You may use this brief for informational, non-commercial purposes with
credit attribution: The Global Health Delivery Project, GHDonline.org,
May 16, 2016.
for more information.
Added on 16 May 2016
Last updated on 24 May 2016
Authors: Dr. Leckraj Amal Bholah and Naomi Muinga; Reviewed by Joaquin Blaya PhD
A discussion was started by a member who explained how difficult it was to find a job in Global Health (GH) and health IT despite having an advanced degree, and many members corroborated the reality that finding a job was difficult. The community responded with suggestions on both things to do as well as places to look for positions if you are starting off your career in international development.
Key Points: For job seekers
- First jobs can be in the area of Program Management/Admin and then you move into more content areas.
- Read and read widely (both News and scientific papers). Be informed about global health issues
- Find 2 primary mentors:
- A proximal mentor who you can talk to about how to best refine your skill-set and/or direct your inquiries (a few years older is good - in your field) find ways to help with research or talk about projects or higher contacts.
- A distal mentor who you can't really access (for now) someone who embodies the person/researcher you want to be in a few decades, they don't have to be in your field at all - just be inspiring to you - work to meet them on your merit.
- Volunteer in something that is related to what you want to do - HIV charities, Community Outreach, hospitals, etc. and keep engaged with varied types of people.
- Keep a regular schedule - this will be useful once you get a job to deal with people and maintain routine.
- Find smaller specific projects in the country/region that interest you. Filling out online applications all day and night for your first GH job is soul crushing - I had no hits with my experience, connections, education and publications and I applied over 500 times to a variety of things and had a professional company help edit my CV. Secondly, and more importantly, a higher position at a smaller local organization who may greatly benefit from your work and will allow you to grow and innovate as a GH practitioner more than a low position in a bureaucracy - prioritize those.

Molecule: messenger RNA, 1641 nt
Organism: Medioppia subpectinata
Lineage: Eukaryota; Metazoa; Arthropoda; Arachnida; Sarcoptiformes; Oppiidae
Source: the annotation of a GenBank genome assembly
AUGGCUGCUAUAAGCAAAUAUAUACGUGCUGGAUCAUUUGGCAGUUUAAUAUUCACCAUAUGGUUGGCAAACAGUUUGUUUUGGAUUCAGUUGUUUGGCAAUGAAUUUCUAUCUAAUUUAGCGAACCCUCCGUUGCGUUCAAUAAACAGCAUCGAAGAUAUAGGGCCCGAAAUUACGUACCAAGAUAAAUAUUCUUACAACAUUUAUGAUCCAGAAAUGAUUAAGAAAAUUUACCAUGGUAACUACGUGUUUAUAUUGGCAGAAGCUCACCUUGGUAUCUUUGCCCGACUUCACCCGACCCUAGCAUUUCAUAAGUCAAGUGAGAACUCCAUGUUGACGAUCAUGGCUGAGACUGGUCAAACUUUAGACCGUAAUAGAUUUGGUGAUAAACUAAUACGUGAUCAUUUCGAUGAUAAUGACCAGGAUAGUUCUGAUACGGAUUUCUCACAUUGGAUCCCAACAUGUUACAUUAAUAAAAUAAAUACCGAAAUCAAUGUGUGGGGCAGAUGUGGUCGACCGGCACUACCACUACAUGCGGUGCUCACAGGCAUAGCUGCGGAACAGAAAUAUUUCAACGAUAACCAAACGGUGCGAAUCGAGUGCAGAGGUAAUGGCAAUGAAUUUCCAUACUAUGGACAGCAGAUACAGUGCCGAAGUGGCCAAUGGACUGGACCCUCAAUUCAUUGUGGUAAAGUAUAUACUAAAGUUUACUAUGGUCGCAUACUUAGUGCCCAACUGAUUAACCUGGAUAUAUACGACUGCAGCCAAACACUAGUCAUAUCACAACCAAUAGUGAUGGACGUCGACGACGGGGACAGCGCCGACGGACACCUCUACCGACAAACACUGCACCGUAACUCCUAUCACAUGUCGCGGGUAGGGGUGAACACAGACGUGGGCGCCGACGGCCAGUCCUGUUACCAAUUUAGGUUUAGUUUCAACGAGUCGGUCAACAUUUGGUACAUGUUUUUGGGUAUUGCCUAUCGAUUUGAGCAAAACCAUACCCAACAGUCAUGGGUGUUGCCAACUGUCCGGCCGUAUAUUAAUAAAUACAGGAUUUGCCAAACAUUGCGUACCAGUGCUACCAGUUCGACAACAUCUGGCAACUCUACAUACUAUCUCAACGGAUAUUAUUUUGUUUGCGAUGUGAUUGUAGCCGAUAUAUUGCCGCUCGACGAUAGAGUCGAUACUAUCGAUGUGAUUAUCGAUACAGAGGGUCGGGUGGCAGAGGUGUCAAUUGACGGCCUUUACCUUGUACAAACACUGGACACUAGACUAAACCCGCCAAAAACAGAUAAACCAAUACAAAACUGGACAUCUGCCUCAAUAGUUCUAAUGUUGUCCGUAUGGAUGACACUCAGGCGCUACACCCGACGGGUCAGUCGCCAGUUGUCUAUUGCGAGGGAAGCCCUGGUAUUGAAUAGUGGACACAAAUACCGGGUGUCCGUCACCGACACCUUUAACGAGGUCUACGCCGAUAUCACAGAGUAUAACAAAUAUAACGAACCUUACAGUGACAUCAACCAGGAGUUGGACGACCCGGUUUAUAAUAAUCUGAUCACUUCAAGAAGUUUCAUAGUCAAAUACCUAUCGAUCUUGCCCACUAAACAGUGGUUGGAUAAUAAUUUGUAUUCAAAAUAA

- Be willing to do more than the next person, your first job will define what you are capable of. Make it good and then things will open up for your next jobs naturally. Stay positive and make friends - although possibly less dramatic it's simply easier to succeed when people want you to succeed than succeeding when people want you to fail.
- Publish - write and publish things yourself when you can. If not start a Twitter account, read and re-tweet stuff that is good. In short participate in the GH landscape, ask questions, formulate informed opinions.
- Make connections and maintain a network. It’s not easy, it takes time, tact and luck.
- Try to meet with people and learn about what their organizations are doing for your own information and to see if the organization is for you or not. All they can say is no.
- Connections make you more of a known quantity to an interviewer and gives you a leg-up on the competition.
- All things being equal an organization will usually hire someone who is connected to or recommended by someone they know.
“ So make connections, a conversation is much easier than filling in a web form and it's much more enjoyable. (Read Dale Carnegie's classic book: How to win friends and influence people)”
Lists and links to job sites*
*These websites are suggestions from GHDonline community members and are not affiliated with GHDonline. Use of these services should be based on your own due diligence.
We end with this quote:
In short you will find your way if you really want to, but you will have to earn it, no one will give you something for free just cause you have a masters; except advice apparently. - Nicholas Connor
Key Resources: More job sites
Download: GlobalHealthWorklist.docx.pdf (179.3 KB)